I've pulled together a series of maps in R based on Nathan Yau's excellent Great Circles tutorial and a nice zipcode package The maps show how many people from many zip codes descended on a single zip code. Here's one example:

sample map

I'd like to reproduce the maps in CartoDB (which uses PostGIS, I believe), but I'm not sure where to start.

My read of what I was doing in R was generating a matrix called "inter" that was full of lat/long points, drawing the line connecting those points and then starting over. So one solution that occurs to me is to have R store each line as a map line and take that series of lines to CartoDB. But I'm wondering if there's a reasonable way to just generate the maps in CartoDB directly, given an end point and a series of starting points.

1 Answer 1


CartoDB allows you to submit custom SQL queries so you can use the same commands as suggested in this post to create a great circle directly in CartoDB. For this demo I created two tables, with one point each (source and destination). Then I created a third empty table to hold the line string. How exactly you do this depends on your particular situation. Note that you have to also insert the CRS into the spatial_ref_sys table as explained in the same post.

enter image description here


Update: The actual query is:

UPDATE experimental.airroutes
SET the_geom =
(SELECT ST_Transform(ST_Segmentize(ST_MakeLine(
       ST_Transform(a.the_geom, 953027),
       ST_Transform(b.the_geom, 953027)
     ), 100000 ), 4326 )
 FROM experimental.airports a, experimental.airports b
 WHERE a.id = airroutes.source_id 
   AND b.id = airroutes.dest_id

and you'll need to have srid 953027 defined, so try:

SELECT * FROM spatial_ref_sys WHERE srid = 953027

And if it isn't set, set it with:

INSERT into spatial_ref_sys (srid, auth_name, auth_srid, proj4text, srtext) values ( 953027, 'esri', 53027, '+proj=eqdc +lat_0=0 +lon_0=0 +lat_1=60 +lat_2=60 +x_0=0 +y_0=0 +a=6371000 +b=6371000 +units=m +no_defs ', 'PROJCS["Sphere_Equidistant_Conic",GEOGCS["GCS_Sphere",DATUM["Not_specified_based_on_Authalic_Sphere",SPHEROID["Sphere",6371000,0]],PRIMEM["Greenwich",0],UNIT["Degree",0.017453292519943295]],PROJECTION["Equidistant_Conic"],PARAMETER["False_Easting",0],PARAMETER["False_Northing",0],PARAMETER["Central_Meridian",0],PARAMETER["Standard_Parallel_1",60],PARAMETER["Standard_Parallel_2",60],PARAMETER["Latitude_Of_Origin",0],UNIT["Meter",1],AUTHORITY["EPSG","53027"]]');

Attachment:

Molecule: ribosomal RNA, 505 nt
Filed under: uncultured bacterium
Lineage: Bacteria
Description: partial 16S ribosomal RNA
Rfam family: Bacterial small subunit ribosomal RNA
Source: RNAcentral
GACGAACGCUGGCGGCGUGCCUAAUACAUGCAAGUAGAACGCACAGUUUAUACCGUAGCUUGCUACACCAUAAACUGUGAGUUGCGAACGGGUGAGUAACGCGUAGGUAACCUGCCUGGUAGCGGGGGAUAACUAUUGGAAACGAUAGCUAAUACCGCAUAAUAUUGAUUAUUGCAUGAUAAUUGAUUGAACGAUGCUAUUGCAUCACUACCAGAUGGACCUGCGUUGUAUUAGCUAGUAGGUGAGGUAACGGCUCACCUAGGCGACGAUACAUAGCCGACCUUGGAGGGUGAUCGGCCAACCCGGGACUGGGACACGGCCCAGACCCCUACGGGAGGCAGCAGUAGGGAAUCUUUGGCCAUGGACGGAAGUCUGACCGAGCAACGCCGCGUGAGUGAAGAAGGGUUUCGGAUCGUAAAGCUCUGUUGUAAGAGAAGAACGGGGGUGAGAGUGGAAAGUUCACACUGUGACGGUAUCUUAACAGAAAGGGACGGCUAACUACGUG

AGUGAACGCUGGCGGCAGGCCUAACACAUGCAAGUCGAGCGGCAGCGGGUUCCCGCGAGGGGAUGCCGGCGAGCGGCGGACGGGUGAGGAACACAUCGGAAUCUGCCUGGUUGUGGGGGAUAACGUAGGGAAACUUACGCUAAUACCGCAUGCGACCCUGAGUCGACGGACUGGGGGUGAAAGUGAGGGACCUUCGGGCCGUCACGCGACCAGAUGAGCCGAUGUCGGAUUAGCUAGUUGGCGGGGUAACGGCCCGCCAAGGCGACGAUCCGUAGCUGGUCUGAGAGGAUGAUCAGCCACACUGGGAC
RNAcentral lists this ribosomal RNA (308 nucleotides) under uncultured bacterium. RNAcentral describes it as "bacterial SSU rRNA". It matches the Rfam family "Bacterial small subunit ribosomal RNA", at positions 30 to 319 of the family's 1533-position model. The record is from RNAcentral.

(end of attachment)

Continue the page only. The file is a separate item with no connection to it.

• Will try this. And CartoDB's Andrew Hill sent this my way: bl.ocks.org/andrewxhill/raw/8406976
    – Amanda
    Commented Jan 27, 2014 at 15:40
  • Where does "INSERT INTO spatial_ref_sys" do it's magic? I don't have my own spatial_ref_sys table. Am I altering CartoDB's own? That seems wonky.
    – Amanda
    Commented Jan 27, 2014 at 22:21
  • @Amanda You are altering the spatial_ref_sys table that comes with your own database.
    – cengel
    Commented Jan 28, 2014 at 3:54
  • Accepting because I did ask "where to start" and this was the start. Added new questions as I got stuck inside the query.
    – Amanda
    Commented Jan 28, 2014 at 13:49

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